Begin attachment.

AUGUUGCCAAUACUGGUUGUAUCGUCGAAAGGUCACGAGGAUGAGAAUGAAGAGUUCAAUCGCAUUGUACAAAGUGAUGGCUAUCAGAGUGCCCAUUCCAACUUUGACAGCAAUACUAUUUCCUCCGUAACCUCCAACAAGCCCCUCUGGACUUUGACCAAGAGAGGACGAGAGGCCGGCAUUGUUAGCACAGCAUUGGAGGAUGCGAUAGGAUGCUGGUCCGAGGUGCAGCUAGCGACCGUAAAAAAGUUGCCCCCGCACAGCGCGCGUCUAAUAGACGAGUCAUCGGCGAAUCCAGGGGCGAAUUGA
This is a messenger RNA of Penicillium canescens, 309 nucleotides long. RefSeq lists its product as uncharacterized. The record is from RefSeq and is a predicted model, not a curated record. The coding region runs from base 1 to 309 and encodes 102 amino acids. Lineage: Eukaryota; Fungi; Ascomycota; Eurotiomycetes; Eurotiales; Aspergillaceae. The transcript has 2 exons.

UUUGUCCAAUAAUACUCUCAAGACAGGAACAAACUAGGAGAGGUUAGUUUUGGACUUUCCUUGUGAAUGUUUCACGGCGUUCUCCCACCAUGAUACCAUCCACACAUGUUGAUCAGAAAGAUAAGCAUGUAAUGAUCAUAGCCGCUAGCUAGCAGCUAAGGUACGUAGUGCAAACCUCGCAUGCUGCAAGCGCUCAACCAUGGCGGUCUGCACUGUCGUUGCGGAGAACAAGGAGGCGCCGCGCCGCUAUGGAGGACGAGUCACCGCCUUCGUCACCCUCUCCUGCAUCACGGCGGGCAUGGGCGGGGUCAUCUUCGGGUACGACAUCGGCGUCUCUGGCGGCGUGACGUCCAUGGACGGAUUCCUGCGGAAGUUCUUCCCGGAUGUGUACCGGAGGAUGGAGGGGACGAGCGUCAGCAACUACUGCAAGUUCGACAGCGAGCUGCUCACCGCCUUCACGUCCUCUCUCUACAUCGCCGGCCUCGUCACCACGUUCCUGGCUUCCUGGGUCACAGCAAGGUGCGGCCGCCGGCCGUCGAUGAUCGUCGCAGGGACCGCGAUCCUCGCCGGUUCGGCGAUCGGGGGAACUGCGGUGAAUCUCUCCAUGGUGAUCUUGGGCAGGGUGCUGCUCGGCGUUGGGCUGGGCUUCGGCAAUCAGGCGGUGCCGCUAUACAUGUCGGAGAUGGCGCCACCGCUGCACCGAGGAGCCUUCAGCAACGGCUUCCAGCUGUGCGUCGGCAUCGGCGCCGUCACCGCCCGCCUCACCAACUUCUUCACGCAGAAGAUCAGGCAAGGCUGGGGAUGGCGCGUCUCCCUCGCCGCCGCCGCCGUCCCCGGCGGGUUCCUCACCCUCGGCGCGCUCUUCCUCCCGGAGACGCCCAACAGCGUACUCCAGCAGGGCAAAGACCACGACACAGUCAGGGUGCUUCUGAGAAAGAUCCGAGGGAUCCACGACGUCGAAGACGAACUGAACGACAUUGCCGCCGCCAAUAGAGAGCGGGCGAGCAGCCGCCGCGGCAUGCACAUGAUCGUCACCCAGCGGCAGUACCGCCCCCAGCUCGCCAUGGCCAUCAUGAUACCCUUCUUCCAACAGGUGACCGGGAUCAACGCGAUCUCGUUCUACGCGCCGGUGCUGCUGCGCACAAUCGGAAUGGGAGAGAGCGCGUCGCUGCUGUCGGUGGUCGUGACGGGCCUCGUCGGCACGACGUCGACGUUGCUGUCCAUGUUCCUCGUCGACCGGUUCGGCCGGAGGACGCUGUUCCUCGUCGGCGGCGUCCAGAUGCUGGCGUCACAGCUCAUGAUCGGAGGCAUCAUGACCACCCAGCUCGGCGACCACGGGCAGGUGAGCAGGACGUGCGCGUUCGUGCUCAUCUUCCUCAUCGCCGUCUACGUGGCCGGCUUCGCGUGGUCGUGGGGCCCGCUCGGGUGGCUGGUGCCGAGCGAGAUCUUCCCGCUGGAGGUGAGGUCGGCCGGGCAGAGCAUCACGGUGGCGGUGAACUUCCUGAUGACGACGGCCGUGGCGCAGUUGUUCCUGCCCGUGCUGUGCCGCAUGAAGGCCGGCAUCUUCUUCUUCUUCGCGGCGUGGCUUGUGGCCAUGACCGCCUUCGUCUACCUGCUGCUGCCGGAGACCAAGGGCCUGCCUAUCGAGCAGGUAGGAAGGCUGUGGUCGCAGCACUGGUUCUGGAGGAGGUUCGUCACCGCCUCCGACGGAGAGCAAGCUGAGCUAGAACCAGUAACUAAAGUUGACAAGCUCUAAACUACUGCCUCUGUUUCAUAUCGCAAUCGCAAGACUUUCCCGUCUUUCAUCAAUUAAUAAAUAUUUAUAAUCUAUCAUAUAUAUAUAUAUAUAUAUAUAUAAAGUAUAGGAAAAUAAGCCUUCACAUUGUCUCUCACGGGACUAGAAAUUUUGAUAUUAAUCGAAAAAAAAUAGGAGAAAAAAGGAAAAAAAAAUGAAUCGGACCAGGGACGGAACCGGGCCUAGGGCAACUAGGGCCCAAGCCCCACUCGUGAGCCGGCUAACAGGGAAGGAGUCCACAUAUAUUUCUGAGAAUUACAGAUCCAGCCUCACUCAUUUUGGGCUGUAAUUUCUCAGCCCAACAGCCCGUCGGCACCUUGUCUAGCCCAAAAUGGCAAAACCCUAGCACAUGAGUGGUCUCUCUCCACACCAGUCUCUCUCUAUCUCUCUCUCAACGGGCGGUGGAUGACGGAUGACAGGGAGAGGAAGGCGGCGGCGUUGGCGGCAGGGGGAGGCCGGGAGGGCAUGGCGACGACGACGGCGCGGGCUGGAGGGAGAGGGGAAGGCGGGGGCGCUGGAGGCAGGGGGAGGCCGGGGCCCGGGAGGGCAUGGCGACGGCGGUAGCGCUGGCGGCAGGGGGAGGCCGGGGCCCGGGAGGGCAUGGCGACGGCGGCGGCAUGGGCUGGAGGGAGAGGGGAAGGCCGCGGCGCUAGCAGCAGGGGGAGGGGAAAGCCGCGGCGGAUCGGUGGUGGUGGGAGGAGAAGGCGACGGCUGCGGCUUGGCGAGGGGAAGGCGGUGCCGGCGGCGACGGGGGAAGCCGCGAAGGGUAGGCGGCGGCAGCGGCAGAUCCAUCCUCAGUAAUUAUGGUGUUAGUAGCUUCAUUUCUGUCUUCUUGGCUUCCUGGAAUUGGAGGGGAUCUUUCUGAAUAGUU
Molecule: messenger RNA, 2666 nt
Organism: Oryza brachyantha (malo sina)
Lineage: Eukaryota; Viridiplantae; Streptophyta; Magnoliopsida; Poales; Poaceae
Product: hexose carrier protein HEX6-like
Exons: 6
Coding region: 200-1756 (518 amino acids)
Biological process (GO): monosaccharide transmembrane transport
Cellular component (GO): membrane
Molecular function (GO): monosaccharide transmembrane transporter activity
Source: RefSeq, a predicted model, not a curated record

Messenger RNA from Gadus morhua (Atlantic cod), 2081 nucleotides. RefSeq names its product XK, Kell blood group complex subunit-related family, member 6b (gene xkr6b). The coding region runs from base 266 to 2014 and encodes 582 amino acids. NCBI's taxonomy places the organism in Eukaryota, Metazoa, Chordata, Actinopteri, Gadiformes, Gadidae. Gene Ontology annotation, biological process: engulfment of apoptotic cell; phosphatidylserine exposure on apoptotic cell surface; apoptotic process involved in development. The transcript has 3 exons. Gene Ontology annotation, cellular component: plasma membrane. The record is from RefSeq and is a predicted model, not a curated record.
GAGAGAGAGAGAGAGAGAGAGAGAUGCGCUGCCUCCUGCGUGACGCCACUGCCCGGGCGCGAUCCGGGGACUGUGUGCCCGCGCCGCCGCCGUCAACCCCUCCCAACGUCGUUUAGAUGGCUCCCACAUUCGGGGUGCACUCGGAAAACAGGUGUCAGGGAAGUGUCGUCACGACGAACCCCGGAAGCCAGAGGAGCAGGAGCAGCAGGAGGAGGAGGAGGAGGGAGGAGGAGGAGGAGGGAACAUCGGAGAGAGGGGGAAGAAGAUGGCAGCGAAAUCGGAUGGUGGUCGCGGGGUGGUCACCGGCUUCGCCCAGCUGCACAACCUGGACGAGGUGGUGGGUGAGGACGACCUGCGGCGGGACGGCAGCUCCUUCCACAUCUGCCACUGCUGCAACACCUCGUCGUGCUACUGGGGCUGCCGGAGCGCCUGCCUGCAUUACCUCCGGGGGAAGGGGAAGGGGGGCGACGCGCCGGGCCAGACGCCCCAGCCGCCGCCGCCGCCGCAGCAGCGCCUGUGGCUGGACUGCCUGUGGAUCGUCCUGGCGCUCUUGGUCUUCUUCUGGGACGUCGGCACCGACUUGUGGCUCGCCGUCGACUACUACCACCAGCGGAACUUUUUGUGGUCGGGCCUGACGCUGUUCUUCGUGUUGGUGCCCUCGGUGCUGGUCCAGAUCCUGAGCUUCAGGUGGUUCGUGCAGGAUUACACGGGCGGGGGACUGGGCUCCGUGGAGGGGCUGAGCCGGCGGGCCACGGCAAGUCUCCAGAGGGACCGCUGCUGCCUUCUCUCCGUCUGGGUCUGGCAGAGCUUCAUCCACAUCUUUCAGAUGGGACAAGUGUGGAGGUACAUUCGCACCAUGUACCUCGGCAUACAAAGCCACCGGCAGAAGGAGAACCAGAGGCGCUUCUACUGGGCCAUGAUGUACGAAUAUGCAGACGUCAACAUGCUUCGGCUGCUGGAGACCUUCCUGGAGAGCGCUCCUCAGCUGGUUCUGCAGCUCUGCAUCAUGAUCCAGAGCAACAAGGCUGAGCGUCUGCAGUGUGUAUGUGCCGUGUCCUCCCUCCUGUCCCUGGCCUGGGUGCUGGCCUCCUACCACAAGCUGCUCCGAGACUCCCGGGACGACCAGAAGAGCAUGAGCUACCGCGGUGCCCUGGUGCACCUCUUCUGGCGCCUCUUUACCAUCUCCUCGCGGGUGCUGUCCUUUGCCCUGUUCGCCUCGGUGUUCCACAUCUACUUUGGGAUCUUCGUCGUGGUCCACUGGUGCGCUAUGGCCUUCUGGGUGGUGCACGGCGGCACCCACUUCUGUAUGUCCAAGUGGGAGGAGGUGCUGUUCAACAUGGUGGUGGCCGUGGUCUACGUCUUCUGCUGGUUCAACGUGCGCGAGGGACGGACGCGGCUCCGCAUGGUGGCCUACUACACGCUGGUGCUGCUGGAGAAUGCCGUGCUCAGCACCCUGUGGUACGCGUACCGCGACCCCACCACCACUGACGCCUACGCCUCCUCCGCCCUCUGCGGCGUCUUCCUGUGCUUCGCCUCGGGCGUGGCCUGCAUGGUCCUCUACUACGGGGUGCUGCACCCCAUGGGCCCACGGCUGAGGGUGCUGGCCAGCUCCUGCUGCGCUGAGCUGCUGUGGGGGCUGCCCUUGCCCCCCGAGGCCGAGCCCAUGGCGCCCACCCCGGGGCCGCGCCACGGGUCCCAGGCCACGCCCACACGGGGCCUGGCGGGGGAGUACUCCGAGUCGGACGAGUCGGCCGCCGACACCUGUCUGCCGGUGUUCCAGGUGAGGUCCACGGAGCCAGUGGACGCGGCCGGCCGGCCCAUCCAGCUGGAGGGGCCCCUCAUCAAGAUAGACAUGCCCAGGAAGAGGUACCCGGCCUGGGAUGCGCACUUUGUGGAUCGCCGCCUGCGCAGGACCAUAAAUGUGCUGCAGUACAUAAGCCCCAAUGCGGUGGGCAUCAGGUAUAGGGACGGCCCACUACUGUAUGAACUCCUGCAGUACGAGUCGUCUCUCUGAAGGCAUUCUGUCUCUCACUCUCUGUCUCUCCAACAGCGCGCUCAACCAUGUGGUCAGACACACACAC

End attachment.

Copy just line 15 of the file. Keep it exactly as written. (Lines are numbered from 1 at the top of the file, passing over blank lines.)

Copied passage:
GAGAGAGAGAGAGAGAGAGAGAGAUGCGCUGCCUCCUGCGUGACGCCACUGCCCGGGCGCGAUCCGGGGACUGUGUGCCCGCGCCGCCGCCGUCAACCCCUCCCAACGUCGUUUAGAUGGCUCCCACAUUCGGGGUGCACUCGGAAAACAGGUGUCAGGGAAGUGUCGUCACGACGAACCCCGGAAGCCAGAGGAGCAGGAGCAGCAGGAGGAGGAGGAGGAGGGAGGAGGAGGAGGAGGGAACAUCGGAGAGAGGGGGAAGAAGAUGGCAGCGAAAUCGGAUGGUGGUCGCGGGGUGGUCACCGGCUUCGCCCAGCUGCACAACCUGGACGAGGUGGUGGGUGAGGACGACCUGCGGCGGGACGGCAGCUCCUUCCACAUCUGCCACUGCUGCAACACCUCGUCGUGCUACUGGGGCUGCCGGAGCGCCUGCCUGCAUUACCUCCGGGGGAAGGGGAAGGGGGGCGACGCGCCGGGCCAGACGCCCCAGCCGCCGCCGCCGCCGCAGCAGCGCCUGUGGCUGGACUGCCUGUGGAUCGUCCUGGCGCUCUUGGUCUUCUUCUGGGACGUCGGCACCGACUUGUGGCUCGCCGUCGACUACUACCACCAGCGGAACUUUUUGUGGUCGGGCCUGACGCUGUUCUUCGUGUUGGUGCCCUCGGUGCUGGUCCAGAUCCUGAGCUUCAGGUGGUUCGUGCAGGAUUACACGGGCGGGGGACUGGGCUCCGUGGAGGGGCUGAGCCGGCGGGCCACGGCAAGUCUCCAGAGGGACCGCUGCUGCCUUCUCUCCGUCUGGGUCUGGCAGAGCUUCAUCCACAUCUUUCAGAUGGGACAAGUGUGGAGGUACAUUCGCACCAUGUACCUCGGCAUACAAAGCCACCGGCAGAAGGAGAACCAGAGGCGCUUCUACUGGGCCAUGAUGUACGAAUAUGCAGACGUCAACAUGCUUCGGCUGCUGGAGACCUUCCUGGAGAGCGCUCCUCAGCUGGUUCUGCAGCUCUGCAUCAUGAUCCAGAGCAACAAGGCUGAGCGUCUGCAGUGUGUAUGUGCCGUGUCCUCCCUCCUGUCCCUGGCCUGGGUGCUGGCCUCCUACCACAAGCUGCUCCGAGACUCCCGGGACGACCAGAAGAGCAUGAGCUACCGCGGUGCCCUGGUGCACCUCUUCUGGCGCCUCUUUACCAUCUCCUCGCGGGUGCUGUCCUUUGCCCUGUUCGCCUCGGUGUUCCACAUCUACUUUGGGAUCUUCGUCGUGGUCCACUGGUGCGCUAUGGCCUUCUGGGUGGUGCACGGCGGCACCCACUUCUGUAUGUCCAAGUGGGAGGAGGUGCUGUUCAACAUGGUGGUGGCCGUGGUCUACGUCUUCUGCUGGUUCAACGUGCGCGAGGGACGGACGCGGCUCCGCAUGGUGGCCUACUACACGCUGGUGCUGCUGGAGAAUGCCGUGCUCAGCACCCUGUGGUACGCGUACCGCGACCCCACCACCACUGACGCCUACGCCUCCUCCGCCCUCUGCGGCGUCUUCCUGUGCUUCGCCUCGGGCGUGGCCUGCAUGGUCCUCUACUACGGGGUGCUGCACCCCAUGGGCCCACGGCUGAGGGUGCUGGCCAGCUCCUGCUGCGCUGAGCUGCUGUGGGGGCUGCCCUUGCCCCCCGAGGCCGAGCCCAUGGCGCCCACCCCGGGGCCGCGCCACGGGUCCCAGGCCACGCCCACACGGGGCCUGGCGGGGGAGUACUCCGAGUCGGACGAGUCGGCCGCCGACACCUGUCUGCCGGUGUUCCAGGUGAGGUCCACGGAGCCAGUGGACGCGGCCGGCCGGCCCAUCCAGCUGGAGGGGCCCCUCAUCAAGAUAGACAUGCCCAGGAAGAGGUACCCGGCCUGGGAUGCGCACUUUGUGGAUCGCCGCCUGCGCAGGACCAUAAAUGUGCUGCAGUACAUAAGCCCCAAUGCGGUGGGCAUCAGGUAUAGGGACGGCCCACUACUGUAUGAACUCCUGCAGUACGAGUCGUCUCUCUGAAGGCAUUCUGUCUCUCACUCUCUGUCUCUCCAACAGCGCGCUCAACCAUGUGGUCAGACACACACAC